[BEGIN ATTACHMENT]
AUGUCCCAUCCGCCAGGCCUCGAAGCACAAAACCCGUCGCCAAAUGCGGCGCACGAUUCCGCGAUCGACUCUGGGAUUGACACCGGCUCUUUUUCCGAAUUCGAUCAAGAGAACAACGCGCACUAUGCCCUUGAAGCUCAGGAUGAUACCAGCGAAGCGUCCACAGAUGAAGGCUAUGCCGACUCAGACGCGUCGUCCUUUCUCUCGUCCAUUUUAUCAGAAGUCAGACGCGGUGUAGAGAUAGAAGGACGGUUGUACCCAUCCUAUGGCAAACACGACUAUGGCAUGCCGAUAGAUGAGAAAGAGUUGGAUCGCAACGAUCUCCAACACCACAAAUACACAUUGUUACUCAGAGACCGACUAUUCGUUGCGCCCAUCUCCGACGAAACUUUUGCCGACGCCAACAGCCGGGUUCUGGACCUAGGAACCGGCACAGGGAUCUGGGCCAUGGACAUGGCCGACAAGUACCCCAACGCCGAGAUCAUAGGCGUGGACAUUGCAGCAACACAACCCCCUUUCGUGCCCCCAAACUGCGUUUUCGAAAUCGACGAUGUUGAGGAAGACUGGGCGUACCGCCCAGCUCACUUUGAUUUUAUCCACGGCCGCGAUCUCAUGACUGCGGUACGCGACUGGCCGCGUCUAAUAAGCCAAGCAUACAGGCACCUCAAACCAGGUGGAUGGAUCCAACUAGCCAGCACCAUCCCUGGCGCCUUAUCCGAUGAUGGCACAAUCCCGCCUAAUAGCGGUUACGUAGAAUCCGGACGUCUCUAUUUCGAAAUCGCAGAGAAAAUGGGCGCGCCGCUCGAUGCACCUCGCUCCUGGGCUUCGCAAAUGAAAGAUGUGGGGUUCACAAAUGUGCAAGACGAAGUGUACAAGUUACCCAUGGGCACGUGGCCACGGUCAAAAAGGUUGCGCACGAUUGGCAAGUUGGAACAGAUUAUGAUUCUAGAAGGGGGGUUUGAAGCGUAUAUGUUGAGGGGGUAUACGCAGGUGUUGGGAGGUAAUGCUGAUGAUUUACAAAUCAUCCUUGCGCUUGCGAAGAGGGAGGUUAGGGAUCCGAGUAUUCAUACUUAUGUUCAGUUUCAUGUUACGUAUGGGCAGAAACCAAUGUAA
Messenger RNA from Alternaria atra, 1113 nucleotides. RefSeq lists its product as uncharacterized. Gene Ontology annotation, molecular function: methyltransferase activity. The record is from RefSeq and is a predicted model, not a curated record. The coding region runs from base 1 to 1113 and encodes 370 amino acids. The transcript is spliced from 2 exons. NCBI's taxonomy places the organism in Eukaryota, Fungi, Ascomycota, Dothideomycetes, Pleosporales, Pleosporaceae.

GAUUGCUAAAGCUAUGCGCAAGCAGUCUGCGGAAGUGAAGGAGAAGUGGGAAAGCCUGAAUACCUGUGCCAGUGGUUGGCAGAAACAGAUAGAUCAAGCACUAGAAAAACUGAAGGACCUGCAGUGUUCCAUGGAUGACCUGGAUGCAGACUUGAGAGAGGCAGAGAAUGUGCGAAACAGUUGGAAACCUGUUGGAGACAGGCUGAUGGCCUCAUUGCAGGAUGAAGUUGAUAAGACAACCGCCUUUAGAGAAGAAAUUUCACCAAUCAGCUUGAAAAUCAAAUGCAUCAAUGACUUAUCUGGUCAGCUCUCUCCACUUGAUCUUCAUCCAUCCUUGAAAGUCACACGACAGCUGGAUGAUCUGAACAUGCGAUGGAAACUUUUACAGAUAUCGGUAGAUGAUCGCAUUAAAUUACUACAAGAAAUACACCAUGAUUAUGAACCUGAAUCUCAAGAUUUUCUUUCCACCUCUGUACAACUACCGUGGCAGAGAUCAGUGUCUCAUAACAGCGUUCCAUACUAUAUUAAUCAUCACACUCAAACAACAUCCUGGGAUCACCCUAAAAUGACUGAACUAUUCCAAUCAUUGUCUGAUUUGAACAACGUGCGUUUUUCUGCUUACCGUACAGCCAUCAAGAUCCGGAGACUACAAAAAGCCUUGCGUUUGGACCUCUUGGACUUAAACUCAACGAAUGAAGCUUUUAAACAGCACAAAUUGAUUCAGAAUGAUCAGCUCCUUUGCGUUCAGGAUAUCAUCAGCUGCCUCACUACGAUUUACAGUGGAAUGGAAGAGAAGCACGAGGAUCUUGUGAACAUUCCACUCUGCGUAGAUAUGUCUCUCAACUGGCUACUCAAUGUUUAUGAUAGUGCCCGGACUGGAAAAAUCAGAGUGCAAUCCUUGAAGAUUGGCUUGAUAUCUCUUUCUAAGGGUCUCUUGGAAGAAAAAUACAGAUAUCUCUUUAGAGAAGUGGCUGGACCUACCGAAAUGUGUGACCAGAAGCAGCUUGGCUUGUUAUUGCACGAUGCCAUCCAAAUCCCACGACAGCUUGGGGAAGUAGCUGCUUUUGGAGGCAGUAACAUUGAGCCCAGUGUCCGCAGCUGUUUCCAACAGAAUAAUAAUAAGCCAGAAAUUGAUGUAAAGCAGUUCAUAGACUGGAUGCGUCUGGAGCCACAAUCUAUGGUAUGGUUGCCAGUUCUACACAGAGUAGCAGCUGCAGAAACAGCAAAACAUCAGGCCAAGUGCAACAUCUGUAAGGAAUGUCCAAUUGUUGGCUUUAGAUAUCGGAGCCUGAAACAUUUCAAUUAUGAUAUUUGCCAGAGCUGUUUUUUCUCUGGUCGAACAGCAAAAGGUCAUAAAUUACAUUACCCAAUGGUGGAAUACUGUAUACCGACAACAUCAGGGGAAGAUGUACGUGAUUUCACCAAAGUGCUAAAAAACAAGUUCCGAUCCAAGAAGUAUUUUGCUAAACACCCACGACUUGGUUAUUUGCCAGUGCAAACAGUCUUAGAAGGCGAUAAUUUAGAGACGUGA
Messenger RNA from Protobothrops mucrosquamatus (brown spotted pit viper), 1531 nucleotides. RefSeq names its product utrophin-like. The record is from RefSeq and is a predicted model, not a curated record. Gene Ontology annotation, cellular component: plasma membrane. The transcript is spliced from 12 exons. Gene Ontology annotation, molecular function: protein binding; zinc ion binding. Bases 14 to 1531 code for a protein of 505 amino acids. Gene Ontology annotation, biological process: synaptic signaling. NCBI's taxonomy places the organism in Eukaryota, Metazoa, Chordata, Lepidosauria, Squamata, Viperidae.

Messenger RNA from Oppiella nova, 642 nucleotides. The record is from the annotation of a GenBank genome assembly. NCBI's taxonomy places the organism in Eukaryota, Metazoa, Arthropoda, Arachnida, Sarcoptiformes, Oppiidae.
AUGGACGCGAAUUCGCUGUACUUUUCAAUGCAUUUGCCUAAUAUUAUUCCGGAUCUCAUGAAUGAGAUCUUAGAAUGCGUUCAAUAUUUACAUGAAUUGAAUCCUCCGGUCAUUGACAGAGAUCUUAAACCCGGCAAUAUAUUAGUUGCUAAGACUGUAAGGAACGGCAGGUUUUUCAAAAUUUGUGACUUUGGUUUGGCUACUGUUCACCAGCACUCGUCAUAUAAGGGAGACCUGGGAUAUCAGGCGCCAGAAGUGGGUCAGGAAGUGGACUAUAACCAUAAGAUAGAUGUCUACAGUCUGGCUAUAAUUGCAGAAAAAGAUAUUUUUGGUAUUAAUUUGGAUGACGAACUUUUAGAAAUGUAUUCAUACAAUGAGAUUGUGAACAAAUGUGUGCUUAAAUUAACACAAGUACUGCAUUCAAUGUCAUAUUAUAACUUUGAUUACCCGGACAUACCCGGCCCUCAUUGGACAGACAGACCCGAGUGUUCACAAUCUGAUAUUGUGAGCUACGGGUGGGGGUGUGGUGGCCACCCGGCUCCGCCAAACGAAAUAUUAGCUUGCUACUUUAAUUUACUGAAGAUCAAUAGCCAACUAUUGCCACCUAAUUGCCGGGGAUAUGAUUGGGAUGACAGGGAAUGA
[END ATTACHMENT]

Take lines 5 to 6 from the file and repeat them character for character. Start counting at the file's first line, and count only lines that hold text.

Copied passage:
Messenger RNA from Oppiella nova, 642 nucleotides. The record is from the annotation of a GenBank genome assembly. NCBI's taxonomy places the organism in Eukaryota, Metazoa, Arthropoda, Arachnida, Sarcoptiformes, Oppiidae.
AUGGACGCGAAUUCGCUGUACUUUUCAAUGCAUUUGCCUAAUAUUAUUCCGGAUCUCAUGAAUGAGAUCUUAGAAUGCGUUCAAUAUUUACAUGAAUUGAAUCCUCCGGUCAUUGACAGAGAUCUUAAACCCGGCAAUAUAUUAGUUGCUAAGACUGUAAGGAACGGCAGGUUUUUCAAAAUUUGUGACUUUGGUUUGGCUACUGUUCACCAGCACUCGUCAUAUAAGGGAGACCUGGGAUAUCAGGCGCCAGAAGUGGGUCAGGAAGUGGACUAUAACCAUAAGAUAGAUGUCUACAGUCUGGCUAUAAUUGCAGAAAAAGAUAUUUUUGGUAUUAAUUUGGAUGACGAACUUUUAGAAAUGUAUUCAUACAAUGAGAUUGUGAACAAAUGUGUGCUUAAAUUAACACAAGUACUGCAUUCAAUGUCAUAUUAUAACUUUGAUUACCCGGACAUACCCGGCCCUCAUUGGACAGACAGACCCGAGUGUUCACAAUCUGAUAUUGUGAGCUACGGGUGGGGGUGUGGUGGCCACCCGGCUCCGCCAAACGAAAUAUUAGCUUGCUACUUUAAUUUACUGAAGAUCAAUAGCCAACUAUUGCCACCUAAUUGCCGGGGAUAUGAUUGGGAUGACAGGGAAUGA